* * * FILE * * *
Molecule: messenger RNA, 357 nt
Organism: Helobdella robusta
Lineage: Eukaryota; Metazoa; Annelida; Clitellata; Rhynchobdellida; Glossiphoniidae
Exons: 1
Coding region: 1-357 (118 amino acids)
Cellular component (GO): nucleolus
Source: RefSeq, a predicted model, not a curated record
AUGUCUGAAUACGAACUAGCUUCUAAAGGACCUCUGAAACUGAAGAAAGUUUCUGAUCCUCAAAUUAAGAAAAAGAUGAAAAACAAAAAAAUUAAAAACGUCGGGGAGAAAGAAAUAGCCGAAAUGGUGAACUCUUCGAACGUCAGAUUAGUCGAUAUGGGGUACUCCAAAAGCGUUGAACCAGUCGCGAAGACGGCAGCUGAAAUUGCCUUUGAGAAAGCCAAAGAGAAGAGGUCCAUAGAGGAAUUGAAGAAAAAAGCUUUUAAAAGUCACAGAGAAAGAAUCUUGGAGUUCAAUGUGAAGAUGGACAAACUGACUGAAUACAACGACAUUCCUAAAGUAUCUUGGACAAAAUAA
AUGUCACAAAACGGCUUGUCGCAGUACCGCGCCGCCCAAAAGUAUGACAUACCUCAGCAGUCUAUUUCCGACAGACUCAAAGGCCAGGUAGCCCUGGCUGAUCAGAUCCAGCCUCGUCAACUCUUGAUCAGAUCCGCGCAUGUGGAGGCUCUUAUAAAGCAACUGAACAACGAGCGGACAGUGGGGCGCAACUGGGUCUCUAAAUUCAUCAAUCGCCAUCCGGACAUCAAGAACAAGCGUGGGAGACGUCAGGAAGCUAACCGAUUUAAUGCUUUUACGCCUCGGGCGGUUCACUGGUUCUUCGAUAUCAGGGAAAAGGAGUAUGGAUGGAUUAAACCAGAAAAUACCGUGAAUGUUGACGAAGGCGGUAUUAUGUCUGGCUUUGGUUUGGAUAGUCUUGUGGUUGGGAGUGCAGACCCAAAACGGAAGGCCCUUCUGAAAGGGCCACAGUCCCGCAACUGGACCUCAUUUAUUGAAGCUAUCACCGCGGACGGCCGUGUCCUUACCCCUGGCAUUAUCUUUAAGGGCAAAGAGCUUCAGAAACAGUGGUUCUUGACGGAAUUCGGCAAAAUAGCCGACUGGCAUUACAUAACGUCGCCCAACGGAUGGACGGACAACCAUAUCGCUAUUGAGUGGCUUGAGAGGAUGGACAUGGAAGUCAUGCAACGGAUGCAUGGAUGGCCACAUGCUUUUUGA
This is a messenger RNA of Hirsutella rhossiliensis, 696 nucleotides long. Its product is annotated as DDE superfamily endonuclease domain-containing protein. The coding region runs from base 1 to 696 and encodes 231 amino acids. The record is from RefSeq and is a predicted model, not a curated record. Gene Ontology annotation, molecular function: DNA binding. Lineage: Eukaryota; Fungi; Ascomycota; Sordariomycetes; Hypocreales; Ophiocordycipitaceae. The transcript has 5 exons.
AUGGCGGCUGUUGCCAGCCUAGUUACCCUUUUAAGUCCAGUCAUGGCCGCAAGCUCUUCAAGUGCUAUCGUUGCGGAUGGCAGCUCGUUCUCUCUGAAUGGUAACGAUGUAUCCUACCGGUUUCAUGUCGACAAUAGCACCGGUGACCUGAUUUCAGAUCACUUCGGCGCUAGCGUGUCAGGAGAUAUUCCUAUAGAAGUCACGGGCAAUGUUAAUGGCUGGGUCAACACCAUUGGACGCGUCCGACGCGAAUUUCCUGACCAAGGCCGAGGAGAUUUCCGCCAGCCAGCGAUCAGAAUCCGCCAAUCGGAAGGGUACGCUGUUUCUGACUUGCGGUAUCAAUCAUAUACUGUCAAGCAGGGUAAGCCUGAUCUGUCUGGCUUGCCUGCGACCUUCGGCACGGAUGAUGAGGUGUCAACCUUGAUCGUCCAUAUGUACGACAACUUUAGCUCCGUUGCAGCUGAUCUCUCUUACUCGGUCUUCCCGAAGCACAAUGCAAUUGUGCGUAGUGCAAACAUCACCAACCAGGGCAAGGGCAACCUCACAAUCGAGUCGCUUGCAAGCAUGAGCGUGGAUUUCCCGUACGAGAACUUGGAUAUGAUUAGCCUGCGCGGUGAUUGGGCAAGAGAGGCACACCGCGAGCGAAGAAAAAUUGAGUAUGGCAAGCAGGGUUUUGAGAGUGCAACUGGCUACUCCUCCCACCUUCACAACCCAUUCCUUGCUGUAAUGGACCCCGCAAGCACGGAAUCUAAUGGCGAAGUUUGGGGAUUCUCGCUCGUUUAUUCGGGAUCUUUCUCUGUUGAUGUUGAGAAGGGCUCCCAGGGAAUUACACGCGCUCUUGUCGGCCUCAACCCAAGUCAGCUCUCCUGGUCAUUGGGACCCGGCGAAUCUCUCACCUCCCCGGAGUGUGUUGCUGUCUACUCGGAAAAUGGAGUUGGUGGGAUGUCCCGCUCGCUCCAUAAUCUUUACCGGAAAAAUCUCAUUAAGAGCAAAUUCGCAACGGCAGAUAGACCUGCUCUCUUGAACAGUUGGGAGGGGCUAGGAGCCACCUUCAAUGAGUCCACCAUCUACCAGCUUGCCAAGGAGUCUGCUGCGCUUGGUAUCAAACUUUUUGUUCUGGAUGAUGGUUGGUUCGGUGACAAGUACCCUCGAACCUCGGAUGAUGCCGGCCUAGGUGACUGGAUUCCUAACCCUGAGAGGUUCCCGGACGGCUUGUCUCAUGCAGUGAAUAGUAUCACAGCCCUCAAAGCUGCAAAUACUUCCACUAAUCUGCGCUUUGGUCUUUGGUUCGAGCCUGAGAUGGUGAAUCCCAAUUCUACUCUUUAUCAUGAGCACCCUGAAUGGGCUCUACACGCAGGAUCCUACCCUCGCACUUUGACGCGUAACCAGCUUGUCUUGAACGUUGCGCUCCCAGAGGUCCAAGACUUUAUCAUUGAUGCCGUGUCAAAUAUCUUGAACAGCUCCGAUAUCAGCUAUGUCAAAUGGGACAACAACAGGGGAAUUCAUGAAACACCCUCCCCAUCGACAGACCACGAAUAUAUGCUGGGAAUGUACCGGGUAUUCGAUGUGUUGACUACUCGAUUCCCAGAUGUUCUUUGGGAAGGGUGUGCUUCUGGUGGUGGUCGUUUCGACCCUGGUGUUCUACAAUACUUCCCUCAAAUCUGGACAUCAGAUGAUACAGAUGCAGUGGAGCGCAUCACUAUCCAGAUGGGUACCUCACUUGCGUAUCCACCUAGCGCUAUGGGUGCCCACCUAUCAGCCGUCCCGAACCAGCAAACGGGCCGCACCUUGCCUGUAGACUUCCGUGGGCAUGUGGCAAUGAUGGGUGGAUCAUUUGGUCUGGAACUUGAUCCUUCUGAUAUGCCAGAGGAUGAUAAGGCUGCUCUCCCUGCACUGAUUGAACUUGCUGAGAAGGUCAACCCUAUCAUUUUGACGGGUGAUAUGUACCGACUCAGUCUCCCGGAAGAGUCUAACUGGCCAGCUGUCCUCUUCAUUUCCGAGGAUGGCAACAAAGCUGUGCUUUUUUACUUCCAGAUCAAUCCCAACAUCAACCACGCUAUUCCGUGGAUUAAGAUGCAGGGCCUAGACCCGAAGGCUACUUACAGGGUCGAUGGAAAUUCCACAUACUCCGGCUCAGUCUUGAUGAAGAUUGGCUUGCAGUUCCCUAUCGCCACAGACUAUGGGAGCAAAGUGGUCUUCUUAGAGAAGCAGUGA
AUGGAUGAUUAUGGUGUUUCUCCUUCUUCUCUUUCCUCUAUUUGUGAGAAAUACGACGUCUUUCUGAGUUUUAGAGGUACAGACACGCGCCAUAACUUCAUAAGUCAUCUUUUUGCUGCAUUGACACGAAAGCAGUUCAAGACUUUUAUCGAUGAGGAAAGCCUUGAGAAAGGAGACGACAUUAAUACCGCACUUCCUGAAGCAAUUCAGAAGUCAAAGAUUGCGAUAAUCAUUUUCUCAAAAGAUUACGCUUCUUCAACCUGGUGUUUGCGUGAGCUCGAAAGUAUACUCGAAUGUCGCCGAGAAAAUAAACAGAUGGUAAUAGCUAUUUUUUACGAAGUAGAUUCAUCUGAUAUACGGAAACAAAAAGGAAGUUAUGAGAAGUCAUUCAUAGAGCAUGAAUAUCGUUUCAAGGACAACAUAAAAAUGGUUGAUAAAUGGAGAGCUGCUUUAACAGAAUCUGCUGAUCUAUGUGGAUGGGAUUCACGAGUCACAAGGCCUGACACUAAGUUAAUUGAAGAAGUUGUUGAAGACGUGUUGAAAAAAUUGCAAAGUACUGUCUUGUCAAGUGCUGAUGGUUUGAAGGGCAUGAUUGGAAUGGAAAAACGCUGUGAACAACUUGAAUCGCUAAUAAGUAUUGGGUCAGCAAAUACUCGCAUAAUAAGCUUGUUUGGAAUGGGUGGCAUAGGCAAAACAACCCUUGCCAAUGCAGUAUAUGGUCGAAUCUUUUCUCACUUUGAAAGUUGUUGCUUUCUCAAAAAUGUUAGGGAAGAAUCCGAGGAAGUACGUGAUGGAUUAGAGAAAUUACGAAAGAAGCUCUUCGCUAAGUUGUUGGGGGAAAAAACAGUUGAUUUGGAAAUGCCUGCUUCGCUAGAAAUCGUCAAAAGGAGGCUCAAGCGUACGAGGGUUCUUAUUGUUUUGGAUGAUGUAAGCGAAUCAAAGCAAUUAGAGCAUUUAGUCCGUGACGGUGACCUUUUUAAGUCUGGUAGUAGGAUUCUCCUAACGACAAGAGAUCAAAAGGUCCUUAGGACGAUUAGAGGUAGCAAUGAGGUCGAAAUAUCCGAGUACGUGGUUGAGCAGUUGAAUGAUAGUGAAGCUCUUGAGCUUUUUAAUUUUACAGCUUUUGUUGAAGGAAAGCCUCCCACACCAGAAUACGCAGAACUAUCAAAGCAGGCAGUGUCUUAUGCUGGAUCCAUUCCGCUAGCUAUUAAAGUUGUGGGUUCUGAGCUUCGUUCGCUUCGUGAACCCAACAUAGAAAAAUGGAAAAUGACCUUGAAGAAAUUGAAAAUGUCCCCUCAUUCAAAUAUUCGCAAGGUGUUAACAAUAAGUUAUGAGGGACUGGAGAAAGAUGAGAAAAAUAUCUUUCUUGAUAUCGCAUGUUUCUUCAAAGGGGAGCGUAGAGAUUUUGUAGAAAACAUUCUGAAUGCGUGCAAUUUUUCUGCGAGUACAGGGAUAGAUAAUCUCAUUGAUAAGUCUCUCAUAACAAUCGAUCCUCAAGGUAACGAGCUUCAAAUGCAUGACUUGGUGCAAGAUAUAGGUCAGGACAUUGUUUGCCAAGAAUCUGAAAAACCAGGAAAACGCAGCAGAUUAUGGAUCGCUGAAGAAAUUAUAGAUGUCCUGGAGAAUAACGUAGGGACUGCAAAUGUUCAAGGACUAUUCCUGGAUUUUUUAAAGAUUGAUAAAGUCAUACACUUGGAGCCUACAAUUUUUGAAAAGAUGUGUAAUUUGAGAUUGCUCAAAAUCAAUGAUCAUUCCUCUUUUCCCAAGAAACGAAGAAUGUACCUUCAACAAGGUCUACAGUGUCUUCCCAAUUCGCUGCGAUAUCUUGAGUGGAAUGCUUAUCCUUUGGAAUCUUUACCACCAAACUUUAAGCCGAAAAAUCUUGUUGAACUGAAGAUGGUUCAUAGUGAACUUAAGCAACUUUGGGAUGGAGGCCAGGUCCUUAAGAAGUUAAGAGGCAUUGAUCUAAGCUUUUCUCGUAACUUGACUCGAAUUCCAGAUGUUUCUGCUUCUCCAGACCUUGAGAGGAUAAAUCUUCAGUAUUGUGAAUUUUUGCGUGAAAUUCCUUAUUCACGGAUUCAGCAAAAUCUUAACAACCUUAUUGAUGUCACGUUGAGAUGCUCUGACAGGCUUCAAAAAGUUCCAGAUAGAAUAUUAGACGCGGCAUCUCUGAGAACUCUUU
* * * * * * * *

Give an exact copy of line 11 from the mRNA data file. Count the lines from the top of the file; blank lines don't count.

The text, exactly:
AUGGCGGCUGUUGCCAGCCUAGUUACCCUUUUAAGUCCAGUCAUGGCCGCAAGCUCUUCAAGUGCUAUCGUUGCGGAUGGCAGCUCGUUCUCUCUGAAUGGUAACGAUGUAUCCUACCGGUUUCAUGUCGACAAUAGCACCGGUGACCUGAUUUCAGAUCACUUCGGCGCUAGCGUGUCAGGAGAUAUUCCUAUAGAAGUCACGGGCAAUGUUAAUGGCUGGGUCAACACCAUUGGACGCGUCCGACGCGAAUUUCCUGACCAAGGCCGAGGAGAUUUCCGCCAGCCAGCGAUCAGAAUCCGCCAAUCGGAAGGGUACGCUGUUUCUGACUUGCGGUAUCAAUCAUAUACUGUCAAGCAGGGUAAGCCUGAUCUGUCUGGCUUGCCUGCGACCUUCGGCACGGAUGAUGAGGUGUCAACCUUGAUCGUCCAUAUGUACGACAACUUUAGCUCCGUUGCAGCUGAUCUCUCUUACUCGGUCUUCCCGAAGCACAAUGCAAUUGUGCGUAGUGCAAACAUCACCAACCAGGGCAAGGGCAACCUCACAAUCGAGUCGCUUGCAAGCAUGAGCGUGGAUUUCCCGUACGAGAACUUGGAUAUGAUUAGCCUGCGCGGUGAUUGGGCAAGAGAGGCACACCGCGAGCGAAGAAAAAUUGAGUAUGGCAAGCAGGGUUUUGAGAGUGCAACUGGCUACUCCUCCCACCUUCACAACCCAUUCCUUGCUGUAAUGGACCCCGCAAGCACGGAAUCUAAUGGCGAAGUUUGGGGAUUCUCGCUCGUUUAUUCGGGAUCUUUCUCUGUUGAUGUUGAGAAGGGCUCCCAGGGAAUUACACGCGCUCUUGUCGGCCUCAACCCAAGUCAGCUCUCCUGGUCAUUGGGACCCGGCGAAUCUCUCACCUCCCCGGAGUGUGUUGCUGUCUACUCGGAAAAUGGAGUUGGUGGGAUGUCCCGCUCGCUCCAUAAUCUUUACCGGAAAAAUCUCAUUAAGAGCAAAUUCGCAACGGCAGAUAGACCUGCUCUCUUGAACAGUUGGGAGGGGCUAGGAGCCACCUUCAAUGAGUCCACCAUCUACCAGCUUGCCAAGGAGUCUGCUGCGCUUGGUAUCAAACUUUUUGUUCUGGAUGAUGGUUGGUUCGGUGACAAGUACCCUCGAACCUCGGAUGAUGCCGGCCUAGGUGACUGGAUUCCUAACCCUGAGAGGUUCCCGGACGGCUUGUCUCAUGCAGUGAAUAGUAUCACAGCCCUCAAAGCUGCAAAUACUUCCACUAAUCUGCGCUUUGGUCUUUGGUUCGAGCCUGAGAUGGUGAAUCCCAAUUCUACUCUUUAUCAUGAGCACCCUGAAUGGGCUCUACACGCAGGAUCCUACCCUCGCACUUUGACGCGUAACCAGCUUGUCUUGAACGUUGCGCUCCCAGAGGUCCAAGACUUUAUCAUUGAUGCCGUGUCAAAUAUCUUGAACAGCUCCGAUAUCAGCUAUGUCAAAUGGGACAACAACAGGGGAAUUCAUGAAACACCCUCCCCAUCGACAGACCACGAAUAUAUGCUGGGAAUGUACCGGGUAUUCGAUGUGUUGACUACUCGAUUCCCAGAUGUUCUUUGGGAAGGGUGUGCUUCUGGUGGUGGUCGUUUCGACCCUGGUGUUCUACAAUACUUCCCUCAAAUCUGGACAUCAGAUGAUACAGAUGCAGUGGAGCGCAUCACUAUCCAGAUGGGUACCUCACUUGCGUAUCCACCUAGCGCUAUGGGUGCCCACCUAUCAGCCGUCCCGAACCAGCAAACGGGCCGCACCUUGCCUGUAGACUUCCGUGGGCAUGUGGCAAUGAUGGGUGGAUCAUUUGGUCUGGAACUUGAUCCUUCUGAUAUGCCAGAGGAUGAUAAGGCUGCUCUCCCUGCACUGAUUGAACUUGCUGAGAAGGUCAACCCUAUCAUUUUGACGGGUGAUAUGUACCGACUCAGUCUCCCGGAAGAGUCUAACUGGCCAGCUGUCCUCUUCAUUUCCGAGGAUGGCAACAAAGCUGUGCUUUUUUACUUCCAGAUCAAUCCCAACAUCAACCACGCUAUUCCGUGGAUUAAGAUGCAGGGCCUAGACCCGAAGGCUACUUACAGGGUCGAUGGAAAUUCCACAUACUCCGGCUCAGUCUUGAUGAAGAUUGGCUUGCAGUUCCCUAUCGCCACAGACUAUGGGAGCAAAGUGGUCUUCUUAGAGAAGCAGUGA